Many thanks to our Estonian colleagues for organizing the study visit for us particularly to Liia Hanni & Kristina Reinsalu! We had a very interesting Agenda and got the opportunity to meet and interact with many important organizations and experts Study-Tour to Estonia in August 2014_LAST VERSION 15.08
To be continued …
P.S Moldova’ Second Action Plan on Open Government can be found at http://www.opengovpartnership.org/second-action-plan-moldova-2014
Estonia’s Second Action Plan on Open Government can be found at http://www.opengovpartnership.org/country/estonia
Background: e-Governance Academy Estonia in partnership with Open Government Institute Moldova and e-Government Center Moldova, with financial support from Ministry of Foreign Affairs of Estonia, under the Estonian Development Cooperation, started the implementation of a one year “Implementation of the Open Government Principles in Moldova” project.
The idea of this project departs from the current efforts of both Moldovan Government and civil society to promote the core values and principles for Open Government: transparency, openness, accountability, citizen-engagement in decision-making processes, citizens as partners, others, particularly in the context of open government related efforts and Moldova’s membership in the Open Government Partnership (OGP). More specifically, the project will contribute to the successful implementation of commitments from Moldova’s Second Action Plan on Open Government. The 2nd Action Plan is not a stand-alone plan, rather, part of a broader Action Plan for the Strategic Program for Technological Modernization of Governance (e-Transformation) implementation. 13 commitments of the above mentioned Plan relate to Open Government measures/initiatives and fall under Promoting the Principles of Open Government through consolidating public integrity and ensuring a participatory decision making process: via citizen engagement and increasing transparency in the Governance processes.
Amongst the key commitments for 2014, two commitments which are at the core of this project relate to “Elaborating and implementing methodological norms on citizen consultation processes, adjusted to the OECD recommendations on “Citizens as partners”(2001), that will become applicable for all public authorities” and “Capacity building for public servants on open government and open data”. These actions came as recommendations of the civil society working group on E-Government/Open Government (part of National Participation Council), coordinated by the Open Government Institute back in 2013.
Scope of Work: the main scope of work of the consultative expert group is to elaborate a methodological guidebook on citizens’ engagement in decision-making/policy making, as well as to share the results to the representatives of Moldova central public administration. It is intended that this methodological guidebook will become mandatory for all Moldova Central Public Authorities and will be, later, adjusted to the needs and realities of the Local Public Authorities.
Duties and responsibilities – click on the following document for full details on the Call for Experts
Please note that the deadline for submitting the Statements of Interest is July 20, 2014
In the same year that World Wide Web celebrates 25 years, Brazil is hosting hosts NETmundial – Global Multistakeholder Meeting on the Future of Internet Governance. The meeting is organized in a partnership between the Brazilian Internet Steering Committee (CGI.br) and /1Net, a forum that gathers international entities of the various stakeholders involved with Internet governance.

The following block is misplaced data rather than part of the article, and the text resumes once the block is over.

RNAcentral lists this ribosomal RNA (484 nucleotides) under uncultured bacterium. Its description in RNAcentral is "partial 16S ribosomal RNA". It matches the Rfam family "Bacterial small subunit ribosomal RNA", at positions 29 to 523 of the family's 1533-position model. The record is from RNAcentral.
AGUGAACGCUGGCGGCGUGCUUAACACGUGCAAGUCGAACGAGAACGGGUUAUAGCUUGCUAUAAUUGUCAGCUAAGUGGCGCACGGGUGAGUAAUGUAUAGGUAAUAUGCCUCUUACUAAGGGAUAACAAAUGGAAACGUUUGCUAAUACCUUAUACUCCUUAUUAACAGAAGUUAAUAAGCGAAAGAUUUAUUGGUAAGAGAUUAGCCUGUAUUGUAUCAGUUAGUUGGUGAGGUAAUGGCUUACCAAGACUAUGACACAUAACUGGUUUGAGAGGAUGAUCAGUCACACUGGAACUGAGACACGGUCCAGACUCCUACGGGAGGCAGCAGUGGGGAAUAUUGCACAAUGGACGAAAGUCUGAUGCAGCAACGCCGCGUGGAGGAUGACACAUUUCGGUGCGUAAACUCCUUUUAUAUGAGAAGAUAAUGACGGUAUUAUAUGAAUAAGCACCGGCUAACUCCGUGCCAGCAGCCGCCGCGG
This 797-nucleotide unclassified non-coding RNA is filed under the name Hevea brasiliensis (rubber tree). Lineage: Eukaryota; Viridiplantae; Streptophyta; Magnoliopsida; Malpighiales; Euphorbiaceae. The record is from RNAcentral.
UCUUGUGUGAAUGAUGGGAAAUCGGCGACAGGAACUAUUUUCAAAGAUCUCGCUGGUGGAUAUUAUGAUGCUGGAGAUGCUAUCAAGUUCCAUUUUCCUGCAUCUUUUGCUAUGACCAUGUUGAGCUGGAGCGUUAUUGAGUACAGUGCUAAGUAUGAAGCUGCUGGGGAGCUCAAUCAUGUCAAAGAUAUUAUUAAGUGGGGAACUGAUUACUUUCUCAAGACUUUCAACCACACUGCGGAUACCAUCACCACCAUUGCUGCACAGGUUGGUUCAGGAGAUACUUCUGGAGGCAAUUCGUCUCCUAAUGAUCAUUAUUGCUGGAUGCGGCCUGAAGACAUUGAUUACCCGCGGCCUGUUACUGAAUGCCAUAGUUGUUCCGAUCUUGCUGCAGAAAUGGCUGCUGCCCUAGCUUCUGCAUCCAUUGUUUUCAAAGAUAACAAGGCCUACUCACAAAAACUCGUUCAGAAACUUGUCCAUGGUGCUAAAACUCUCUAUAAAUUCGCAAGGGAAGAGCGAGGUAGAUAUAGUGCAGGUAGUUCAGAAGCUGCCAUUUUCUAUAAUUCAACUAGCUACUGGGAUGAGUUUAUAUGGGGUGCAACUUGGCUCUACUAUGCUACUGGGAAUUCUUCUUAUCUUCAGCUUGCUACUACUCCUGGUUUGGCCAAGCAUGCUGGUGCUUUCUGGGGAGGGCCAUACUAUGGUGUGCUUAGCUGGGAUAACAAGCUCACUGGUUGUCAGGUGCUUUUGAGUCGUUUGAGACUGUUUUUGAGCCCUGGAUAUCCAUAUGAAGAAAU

This meeting will focus on the elaboration of principles of Internet governance and the proposal for a roadmap for future development of this ecosystem. The goal is to consolidateproposals based on these two topics. NETmundial represents the beginning of a process for the construction of such policies in the global context, following a model of participatory plurality.
With the goal of bringing together representatives of civil society, private sector, academia and technical community to establish strategic guidelines related to the use and development of the Internet in the world, NETmundial was concept into committees format, each one with representatives of the involved stakeholders, distinguished experts, aiming to give guidelines and organize the meeting.
NETmundial is supported by the High-Level Multistakeholder Committee, composed of ministerial representatives of 12 countries (Argentina, Brazil, France, Ghana, Germany, India, Indonesia, South Africa, South Korea, Tunisia, Turkey and United States of America) plus 12 members of the multistakeholder international community. This Committee includes representatives of the International Telecommunication Union (ITU)) and the Department of Economic and Social Affairs (DESA) of the United Nations, and representation of the European Commission. Its responsibility is to oversee the overall strategy of the event and to promote the involvement of the international community around the themes that will be discussed at the meeting.
For more details pls visit – http://netmundial.br/about/
Republic of Moldova made progress on a number of ambitious commitments, such as increasing access to information on state budgets, transparency in decision making and opening priority data. An important next step will be to motivate local governments to participate in OGP activities.
The E-Government Center drafted Moldova’s OGP action plan and launched public consultations in January 2012, in cooperation with international donor organizations.
Stakeholders reported that six consultations were held, bringing together approximately 150 participants. This included both national and local civil society organizations (CSOs), although private sector participation was limited. The government approved the OGP action plan in April 2012 after a second round of consultations.